Should we recommend that return_to url is always HTTPS? What about realm?

Dirk Balfanz balfanz at google.com
Thu May 14 04:24:51 UTC 2009


I don't see why a realm shouldn't be able to delegate to a return_to URL the
same way that a user id can delegate to an OP endpoint. This includes
delegating from http to https, or even to a different domain altogether.
Over on the XRI TC we've been talking about how to do this securely, e.g.,
by signing the XRD that does the delegation:
http://wiki.oasis-open.org/xri/XrdOne/XmlDsigProfile

Dirk.

On Wed, May 13, 2009 at 7:43 PM, John Bradley <jbradley at mac.com> wrote:
> Luke,
> Realm was called trust_root in 1.1, and is a bit like audience restriction
> in SAML.
> It is the display version of the return_to, and also used for RP discovery
> by the OP.
> I am not certain what the problem is with it being https: if the return_to
> is https:.
> There is explicitly no connection to be inferred by DNS authority between
> URI differing in scheme.
> Differentiating TLS by its own scheme is a decision we have to live with.
> The user should consent to authentication for the site they are logging
> into.
> http://open.lukesheppard.com and https://open.lukesheppard.com could
> be different sites.
> If the RP has both HTTP and HTTPS the best practice would be to always use
> the https: version for realm so that RP discovery cant be spoofed via DNS.
> Regards
> John B.
> On 13-May-09, at 2:10 AM, specs-request at openid.net wrote:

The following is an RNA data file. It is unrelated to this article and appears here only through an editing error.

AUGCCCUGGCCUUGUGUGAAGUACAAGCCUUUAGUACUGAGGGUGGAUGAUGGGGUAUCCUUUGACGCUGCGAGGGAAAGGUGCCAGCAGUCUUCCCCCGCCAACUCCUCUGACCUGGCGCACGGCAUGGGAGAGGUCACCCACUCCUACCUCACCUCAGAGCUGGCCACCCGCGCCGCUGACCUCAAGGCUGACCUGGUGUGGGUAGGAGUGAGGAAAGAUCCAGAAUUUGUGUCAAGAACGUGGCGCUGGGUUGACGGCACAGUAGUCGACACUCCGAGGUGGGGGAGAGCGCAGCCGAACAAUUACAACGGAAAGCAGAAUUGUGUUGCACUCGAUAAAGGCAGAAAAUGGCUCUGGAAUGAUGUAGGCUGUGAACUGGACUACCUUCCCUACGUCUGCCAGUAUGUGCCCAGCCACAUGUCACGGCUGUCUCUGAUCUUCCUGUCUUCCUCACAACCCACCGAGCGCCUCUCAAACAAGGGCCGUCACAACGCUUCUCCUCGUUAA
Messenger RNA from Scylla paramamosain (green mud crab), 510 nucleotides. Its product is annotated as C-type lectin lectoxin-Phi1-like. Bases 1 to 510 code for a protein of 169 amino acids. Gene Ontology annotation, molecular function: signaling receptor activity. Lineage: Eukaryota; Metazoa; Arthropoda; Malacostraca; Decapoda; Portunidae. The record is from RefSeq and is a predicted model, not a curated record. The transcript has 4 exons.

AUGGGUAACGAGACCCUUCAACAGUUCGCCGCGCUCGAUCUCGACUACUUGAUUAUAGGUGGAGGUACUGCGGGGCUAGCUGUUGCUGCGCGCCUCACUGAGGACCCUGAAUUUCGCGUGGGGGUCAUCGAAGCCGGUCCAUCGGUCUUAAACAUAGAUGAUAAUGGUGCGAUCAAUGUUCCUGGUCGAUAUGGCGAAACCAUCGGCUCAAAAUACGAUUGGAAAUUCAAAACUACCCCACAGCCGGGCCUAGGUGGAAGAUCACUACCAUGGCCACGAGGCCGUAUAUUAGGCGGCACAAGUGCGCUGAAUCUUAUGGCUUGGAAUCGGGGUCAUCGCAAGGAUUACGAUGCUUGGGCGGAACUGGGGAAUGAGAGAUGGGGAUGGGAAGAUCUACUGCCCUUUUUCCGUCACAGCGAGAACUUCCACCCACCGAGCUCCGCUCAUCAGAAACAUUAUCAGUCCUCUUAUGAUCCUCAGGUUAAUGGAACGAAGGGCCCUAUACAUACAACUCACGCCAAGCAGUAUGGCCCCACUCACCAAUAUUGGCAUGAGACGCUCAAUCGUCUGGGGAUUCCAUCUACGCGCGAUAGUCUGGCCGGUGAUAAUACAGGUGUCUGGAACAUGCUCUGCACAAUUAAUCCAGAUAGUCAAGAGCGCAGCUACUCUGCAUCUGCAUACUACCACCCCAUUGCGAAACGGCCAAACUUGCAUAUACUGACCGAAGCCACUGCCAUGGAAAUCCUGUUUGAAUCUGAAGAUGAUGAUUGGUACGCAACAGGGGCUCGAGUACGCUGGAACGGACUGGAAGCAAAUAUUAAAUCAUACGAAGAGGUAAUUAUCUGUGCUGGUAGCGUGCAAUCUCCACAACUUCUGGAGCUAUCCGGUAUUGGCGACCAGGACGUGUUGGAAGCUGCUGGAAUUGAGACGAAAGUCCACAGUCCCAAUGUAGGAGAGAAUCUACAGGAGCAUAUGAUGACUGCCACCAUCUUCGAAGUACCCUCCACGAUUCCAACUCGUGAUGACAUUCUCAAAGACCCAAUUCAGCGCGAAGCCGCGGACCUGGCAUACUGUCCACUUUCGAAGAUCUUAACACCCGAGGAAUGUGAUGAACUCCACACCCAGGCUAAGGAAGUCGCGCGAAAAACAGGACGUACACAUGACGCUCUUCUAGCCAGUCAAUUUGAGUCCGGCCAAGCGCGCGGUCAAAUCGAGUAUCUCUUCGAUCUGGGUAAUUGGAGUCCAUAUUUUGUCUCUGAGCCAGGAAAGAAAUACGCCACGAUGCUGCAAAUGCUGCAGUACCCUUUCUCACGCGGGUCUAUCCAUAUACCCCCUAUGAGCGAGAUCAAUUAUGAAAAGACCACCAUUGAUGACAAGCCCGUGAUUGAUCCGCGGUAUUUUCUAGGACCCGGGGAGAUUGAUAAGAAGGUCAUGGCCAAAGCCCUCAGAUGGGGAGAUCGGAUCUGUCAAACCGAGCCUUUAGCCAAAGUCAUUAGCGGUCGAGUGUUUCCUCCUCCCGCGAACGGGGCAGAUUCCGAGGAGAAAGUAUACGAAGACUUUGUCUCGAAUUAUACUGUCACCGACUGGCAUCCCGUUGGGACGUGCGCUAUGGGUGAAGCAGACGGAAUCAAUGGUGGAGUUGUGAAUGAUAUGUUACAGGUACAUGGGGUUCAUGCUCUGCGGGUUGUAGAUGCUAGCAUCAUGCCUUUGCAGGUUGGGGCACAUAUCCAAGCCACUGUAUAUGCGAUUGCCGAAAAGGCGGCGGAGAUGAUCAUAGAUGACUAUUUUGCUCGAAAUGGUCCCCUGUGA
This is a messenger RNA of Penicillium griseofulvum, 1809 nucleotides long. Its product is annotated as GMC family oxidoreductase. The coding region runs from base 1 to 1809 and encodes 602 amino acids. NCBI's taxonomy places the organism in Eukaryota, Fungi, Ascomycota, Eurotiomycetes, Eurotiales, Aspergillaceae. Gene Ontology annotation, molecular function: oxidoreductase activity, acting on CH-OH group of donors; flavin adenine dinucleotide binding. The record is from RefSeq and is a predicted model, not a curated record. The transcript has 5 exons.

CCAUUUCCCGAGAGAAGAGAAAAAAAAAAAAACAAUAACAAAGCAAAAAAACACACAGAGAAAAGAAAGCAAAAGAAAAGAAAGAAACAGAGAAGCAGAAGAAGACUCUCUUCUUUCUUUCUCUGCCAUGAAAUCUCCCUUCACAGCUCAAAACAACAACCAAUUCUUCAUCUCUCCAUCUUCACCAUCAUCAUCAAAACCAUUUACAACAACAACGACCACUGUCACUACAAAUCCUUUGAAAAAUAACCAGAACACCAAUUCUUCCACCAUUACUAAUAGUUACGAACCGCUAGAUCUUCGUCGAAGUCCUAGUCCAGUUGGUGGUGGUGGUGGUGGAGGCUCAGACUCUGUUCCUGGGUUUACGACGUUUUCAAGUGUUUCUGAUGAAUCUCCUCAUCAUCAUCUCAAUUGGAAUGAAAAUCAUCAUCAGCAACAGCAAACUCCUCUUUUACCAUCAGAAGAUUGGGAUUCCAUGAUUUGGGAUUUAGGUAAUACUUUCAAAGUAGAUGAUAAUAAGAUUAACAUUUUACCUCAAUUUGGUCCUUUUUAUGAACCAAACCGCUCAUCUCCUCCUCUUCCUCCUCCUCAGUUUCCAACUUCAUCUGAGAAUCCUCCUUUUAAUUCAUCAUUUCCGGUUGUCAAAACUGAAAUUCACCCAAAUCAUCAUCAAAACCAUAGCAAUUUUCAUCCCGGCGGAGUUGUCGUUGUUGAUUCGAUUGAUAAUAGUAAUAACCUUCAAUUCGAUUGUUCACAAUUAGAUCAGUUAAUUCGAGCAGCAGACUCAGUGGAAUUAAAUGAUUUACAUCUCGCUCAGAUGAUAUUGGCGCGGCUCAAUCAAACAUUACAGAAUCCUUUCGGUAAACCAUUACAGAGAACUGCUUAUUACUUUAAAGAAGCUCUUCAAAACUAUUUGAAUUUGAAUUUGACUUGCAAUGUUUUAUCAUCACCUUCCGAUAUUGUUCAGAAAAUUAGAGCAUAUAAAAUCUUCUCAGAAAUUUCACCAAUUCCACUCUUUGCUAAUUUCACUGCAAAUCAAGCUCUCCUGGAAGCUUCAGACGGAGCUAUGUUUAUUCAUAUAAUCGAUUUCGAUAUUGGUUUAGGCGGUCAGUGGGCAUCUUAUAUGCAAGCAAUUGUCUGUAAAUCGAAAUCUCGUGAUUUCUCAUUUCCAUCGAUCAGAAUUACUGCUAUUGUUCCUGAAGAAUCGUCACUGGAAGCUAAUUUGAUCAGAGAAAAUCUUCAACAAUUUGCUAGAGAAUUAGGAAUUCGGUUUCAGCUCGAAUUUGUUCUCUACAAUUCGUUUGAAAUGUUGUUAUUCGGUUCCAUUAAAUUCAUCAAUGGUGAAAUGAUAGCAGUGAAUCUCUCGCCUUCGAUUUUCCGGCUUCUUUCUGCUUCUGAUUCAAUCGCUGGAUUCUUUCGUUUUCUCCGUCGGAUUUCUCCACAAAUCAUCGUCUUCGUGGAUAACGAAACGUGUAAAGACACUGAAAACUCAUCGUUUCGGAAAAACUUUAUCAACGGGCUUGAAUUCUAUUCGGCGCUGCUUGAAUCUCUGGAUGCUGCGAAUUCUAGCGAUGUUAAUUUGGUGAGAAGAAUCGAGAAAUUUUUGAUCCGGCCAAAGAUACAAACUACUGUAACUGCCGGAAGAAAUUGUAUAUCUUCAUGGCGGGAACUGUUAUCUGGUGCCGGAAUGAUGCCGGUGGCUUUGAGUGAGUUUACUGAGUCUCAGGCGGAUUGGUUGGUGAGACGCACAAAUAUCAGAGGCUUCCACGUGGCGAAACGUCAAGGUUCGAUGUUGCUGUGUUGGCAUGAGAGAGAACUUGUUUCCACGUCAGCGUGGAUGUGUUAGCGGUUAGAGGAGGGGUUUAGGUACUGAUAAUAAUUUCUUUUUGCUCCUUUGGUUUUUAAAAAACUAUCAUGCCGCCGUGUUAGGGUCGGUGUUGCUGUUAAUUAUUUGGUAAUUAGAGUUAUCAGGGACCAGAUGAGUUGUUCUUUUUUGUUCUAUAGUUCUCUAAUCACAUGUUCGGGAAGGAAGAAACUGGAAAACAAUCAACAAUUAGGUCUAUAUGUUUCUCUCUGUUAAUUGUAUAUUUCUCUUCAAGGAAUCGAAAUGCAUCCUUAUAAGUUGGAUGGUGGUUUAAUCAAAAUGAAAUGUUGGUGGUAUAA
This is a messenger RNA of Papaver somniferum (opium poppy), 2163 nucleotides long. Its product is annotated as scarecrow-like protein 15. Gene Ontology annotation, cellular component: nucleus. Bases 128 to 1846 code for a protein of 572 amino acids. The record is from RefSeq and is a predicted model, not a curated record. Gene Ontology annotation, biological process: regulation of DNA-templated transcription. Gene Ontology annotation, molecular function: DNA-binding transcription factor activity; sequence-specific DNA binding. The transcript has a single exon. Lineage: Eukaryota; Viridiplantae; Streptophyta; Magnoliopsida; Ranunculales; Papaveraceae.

>
> Date: Tue, 12 May 2009 23:10:38 -0700
> From: Luke Shepard <lshepard at facebook.com>
> Subject: Should we recommend that return_to url is always HTTPS? What
> about realm?
> To: OpenID Specs Mailing List <specs at openid.net>
> Message-ID: <C62FB26E.BCE7%lshepard at facebook.com<C62FB26E.BCE7%25lshepard at facebook.com>
>
> Content-Type: multipart/related;
> boundary="_004_C62FB26EBCE7lshepardfacebookcom_";
> type="multipart/alternative"
>
> --_004_C62FB26EBCE7lshepardfacebookcom_
> Content-Type: multipart/alternative;
> boundary="_000_C62FB26EBCE7lshepardfacebookcom_"
>
> --_000_C62FB26EBCE7lshepardfacebookcom_
> Content-Type: text/plain; charset="iso-8859-1"
> Content-Transfer-Encoding: quoted-printable
>
> In testing my relying party, it seems clear that the return_to url SHOULD
a=
> lways be HTTPS. Therefore, then, the realm will always need to be HTTPS as
=
> well.
>
> If the return_to is HTTP, then if the response comes in the form of a POST
=
> from a provider that supports SSL, then the user will see a browser
warning=
> for posting to an insecure form.
>
> Here's an example:
>
> - realm: http://open.lukeshepard.com/
> - return_to: http://open.lukeshepard.com/openid/receiver.php
> - provider endpoint: https://www.google.com/accounts/o8/ud
>
> Let's suppose that the response is too long for a GET redirect, so the
prov=
> ider chooses to POST (as Google and others sometimes do).
>
> The user would see a warning like this:
>
> [cid:3325014638_6495490]
>
> To preserve the user experience and avoid that popup, relying parties
would=
> want to make sure their receiver is HTTPS.
>
> Alternative
>
> What do you think about loosening the realm/return_to protocol/domain
match=
> requirements?
>
> This kinda sucks though, since it means the REALM also must be HTTPS, even
=
> though the HTTP version would seem to be "canonical". I wonder, would we
al=
> low an HTTPS return_to if the realm was HTTP? It seems that the HTTP
versio=
> n of the realm would be better, and should be able to mean "accept either
p=
> rotocol". Or better yet, you should be able to specify a realm without a
pr=
> otocol at all.
>
> Thoughts?
>
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